A new paper in the journal Ecology documents this phenomenon, which the authors call “kleptotrichy,” from the Greek roots for “theft” and “hair.” The authors found only a few descriptions of the behavior in the scientific literature but came up with dozens more examples in online videos posted by birders and other bird enthusiasts. In almost all the videorecorded cases, the thief is a titmouse plucking hair from a cat, dog, human, raccoon or, in one case, porcupine.
Many species of titmice, chickadees and tits – all members of the family Paridae – are known to use hair or fur to line their nests, said Mark Hauber, a professor of evolution, ecology and behavior at the University of Illinois Urbana-Champaign who led the write-up with postdoctoral researcher Henry Pollock. The hair’s role in the nest is still debated, although it is more commonly used by birds nesting in temperate climates, so maintaining warmth in the nest is thought to be one advantage.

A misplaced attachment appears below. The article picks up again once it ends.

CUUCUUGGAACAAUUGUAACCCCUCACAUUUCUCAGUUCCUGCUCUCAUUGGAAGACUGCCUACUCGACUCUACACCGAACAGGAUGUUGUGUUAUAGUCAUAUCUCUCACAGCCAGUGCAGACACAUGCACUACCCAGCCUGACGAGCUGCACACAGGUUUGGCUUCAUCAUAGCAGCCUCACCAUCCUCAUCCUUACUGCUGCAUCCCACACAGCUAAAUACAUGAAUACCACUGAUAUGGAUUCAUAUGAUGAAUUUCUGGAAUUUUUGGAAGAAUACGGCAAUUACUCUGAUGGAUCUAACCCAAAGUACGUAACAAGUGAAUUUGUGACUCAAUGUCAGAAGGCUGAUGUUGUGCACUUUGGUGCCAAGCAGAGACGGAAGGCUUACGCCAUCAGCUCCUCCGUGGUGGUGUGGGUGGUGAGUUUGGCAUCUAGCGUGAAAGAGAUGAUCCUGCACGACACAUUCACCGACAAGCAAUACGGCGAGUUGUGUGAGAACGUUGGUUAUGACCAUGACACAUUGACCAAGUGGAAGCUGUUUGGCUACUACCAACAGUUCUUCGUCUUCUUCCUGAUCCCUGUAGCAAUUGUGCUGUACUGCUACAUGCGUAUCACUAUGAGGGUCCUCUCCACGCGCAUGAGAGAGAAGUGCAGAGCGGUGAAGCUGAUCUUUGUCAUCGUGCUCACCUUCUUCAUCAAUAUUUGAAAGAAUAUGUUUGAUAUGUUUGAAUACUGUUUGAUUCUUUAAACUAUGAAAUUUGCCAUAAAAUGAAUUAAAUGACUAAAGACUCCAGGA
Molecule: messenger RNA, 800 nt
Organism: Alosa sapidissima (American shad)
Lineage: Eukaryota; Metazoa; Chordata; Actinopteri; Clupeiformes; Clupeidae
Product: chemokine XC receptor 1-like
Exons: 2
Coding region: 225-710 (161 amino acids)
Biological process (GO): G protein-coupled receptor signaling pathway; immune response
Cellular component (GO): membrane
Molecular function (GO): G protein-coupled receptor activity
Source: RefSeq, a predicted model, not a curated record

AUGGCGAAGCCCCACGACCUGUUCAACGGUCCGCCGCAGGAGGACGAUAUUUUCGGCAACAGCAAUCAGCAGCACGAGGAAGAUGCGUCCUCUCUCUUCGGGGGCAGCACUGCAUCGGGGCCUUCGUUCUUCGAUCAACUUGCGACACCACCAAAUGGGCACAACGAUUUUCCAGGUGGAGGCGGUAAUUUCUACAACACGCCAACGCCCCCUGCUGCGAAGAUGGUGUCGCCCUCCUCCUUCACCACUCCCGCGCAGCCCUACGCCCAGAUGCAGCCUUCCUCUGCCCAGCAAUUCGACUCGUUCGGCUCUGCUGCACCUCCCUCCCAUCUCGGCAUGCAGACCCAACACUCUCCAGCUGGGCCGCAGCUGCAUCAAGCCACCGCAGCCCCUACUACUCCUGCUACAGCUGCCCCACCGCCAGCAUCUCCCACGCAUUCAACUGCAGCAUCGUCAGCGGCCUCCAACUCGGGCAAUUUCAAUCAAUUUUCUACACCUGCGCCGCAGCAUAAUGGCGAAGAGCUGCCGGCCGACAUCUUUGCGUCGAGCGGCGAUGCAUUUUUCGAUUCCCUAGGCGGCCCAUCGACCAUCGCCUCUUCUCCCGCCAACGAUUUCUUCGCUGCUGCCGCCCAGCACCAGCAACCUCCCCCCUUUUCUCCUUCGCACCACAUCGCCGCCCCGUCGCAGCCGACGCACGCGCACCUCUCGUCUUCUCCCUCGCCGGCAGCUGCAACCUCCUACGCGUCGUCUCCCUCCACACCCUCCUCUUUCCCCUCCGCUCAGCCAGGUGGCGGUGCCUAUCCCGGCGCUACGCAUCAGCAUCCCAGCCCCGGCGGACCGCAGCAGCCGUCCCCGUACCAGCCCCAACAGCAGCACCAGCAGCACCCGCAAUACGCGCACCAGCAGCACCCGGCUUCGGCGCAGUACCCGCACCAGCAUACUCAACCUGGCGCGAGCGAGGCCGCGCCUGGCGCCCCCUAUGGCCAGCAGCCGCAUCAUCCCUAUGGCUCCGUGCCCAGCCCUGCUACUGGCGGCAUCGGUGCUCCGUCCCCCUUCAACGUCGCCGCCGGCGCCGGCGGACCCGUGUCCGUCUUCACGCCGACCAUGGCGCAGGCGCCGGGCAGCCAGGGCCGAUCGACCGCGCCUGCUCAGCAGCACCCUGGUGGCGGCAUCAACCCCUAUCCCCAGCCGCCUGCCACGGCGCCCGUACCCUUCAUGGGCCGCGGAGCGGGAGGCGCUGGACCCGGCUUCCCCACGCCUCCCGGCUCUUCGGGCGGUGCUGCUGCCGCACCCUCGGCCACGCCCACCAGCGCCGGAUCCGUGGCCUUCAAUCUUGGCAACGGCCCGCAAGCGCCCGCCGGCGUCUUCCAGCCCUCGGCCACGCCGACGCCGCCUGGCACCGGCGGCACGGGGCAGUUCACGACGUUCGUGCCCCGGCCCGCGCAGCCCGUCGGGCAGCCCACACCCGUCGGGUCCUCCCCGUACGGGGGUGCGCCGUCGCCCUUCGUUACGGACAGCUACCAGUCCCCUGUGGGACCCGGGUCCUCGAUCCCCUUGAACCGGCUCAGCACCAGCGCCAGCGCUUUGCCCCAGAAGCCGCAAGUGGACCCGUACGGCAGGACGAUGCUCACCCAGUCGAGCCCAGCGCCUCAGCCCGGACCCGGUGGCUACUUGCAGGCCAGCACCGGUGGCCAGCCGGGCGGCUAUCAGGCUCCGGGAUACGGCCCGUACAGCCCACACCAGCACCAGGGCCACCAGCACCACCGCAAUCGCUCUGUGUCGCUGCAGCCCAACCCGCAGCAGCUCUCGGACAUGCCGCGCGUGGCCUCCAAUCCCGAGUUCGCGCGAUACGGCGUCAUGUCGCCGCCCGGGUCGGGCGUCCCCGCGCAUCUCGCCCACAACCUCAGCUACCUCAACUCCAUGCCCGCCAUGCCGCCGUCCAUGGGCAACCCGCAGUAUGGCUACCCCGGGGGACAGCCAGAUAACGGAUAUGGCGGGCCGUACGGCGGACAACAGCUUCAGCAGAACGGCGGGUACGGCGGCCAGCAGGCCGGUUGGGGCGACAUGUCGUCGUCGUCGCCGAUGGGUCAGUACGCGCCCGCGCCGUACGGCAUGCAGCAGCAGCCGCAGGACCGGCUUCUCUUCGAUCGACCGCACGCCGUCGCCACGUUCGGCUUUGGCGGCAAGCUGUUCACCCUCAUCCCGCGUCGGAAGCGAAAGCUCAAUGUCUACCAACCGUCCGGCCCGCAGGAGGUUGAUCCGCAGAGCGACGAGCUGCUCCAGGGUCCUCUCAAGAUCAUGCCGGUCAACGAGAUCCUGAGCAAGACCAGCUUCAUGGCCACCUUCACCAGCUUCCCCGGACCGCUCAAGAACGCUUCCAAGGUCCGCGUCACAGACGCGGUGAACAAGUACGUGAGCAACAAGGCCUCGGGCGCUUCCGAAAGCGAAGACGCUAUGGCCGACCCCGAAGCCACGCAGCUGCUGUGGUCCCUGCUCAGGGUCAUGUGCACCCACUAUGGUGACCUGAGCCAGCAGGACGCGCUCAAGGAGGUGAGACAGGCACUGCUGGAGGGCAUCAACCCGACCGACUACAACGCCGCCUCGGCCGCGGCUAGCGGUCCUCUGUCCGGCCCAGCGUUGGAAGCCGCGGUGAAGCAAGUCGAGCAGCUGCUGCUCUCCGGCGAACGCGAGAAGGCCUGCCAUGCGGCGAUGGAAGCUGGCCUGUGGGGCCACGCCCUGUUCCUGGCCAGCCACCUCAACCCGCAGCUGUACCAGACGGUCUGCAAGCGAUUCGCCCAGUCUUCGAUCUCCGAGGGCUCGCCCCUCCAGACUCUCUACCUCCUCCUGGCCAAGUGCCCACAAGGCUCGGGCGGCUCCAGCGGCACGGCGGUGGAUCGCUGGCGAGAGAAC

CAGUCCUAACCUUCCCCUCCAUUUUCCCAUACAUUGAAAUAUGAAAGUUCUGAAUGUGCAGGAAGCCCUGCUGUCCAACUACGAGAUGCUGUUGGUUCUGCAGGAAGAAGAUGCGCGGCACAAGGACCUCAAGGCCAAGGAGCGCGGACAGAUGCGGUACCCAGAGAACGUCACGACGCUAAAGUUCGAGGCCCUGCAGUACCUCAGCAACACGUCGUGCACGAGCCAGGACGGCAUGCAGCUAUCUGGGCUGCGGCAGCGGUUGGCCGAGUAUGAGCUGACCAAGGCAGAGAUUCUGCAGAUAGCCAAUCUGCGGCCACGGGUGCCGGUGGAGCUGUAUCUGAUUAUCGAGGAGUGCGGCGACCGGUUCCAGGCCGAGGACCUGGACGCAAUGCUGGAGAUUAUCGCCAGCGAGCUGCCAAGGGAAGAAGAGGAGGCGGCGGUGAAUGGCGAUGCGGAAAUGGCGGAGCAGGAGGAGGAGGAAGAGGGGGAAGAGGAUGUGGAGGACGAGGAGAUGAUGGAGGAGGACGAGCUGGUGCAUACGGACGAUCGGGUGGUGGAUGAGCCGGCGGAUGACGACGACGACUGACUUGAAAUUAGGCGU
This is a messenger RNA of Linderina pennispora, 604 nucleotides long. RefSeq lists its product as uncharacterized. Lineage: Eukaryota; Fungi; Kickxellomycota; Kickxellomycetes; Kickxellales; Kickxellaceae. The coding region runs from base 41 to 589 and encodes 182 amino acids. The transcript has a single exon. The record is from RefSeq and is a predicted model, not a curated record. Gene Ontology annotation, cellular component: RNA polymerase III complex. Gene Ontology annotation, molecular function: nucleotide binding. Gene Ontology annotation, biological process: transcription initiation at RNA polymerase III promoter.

The impetus for the study came from a chance sighting. Study co-author U. of I. natural resources and environmental sciences professor and EEB affiliate Jeffrey Brawn first observed the behavior with Pollock while on a spring bird count in central Illinois.
Scientists once assumed that birds with hair in their nests had collected it from the carcasses of dead mammals or found hair that had been shed into the environment, Brawn said.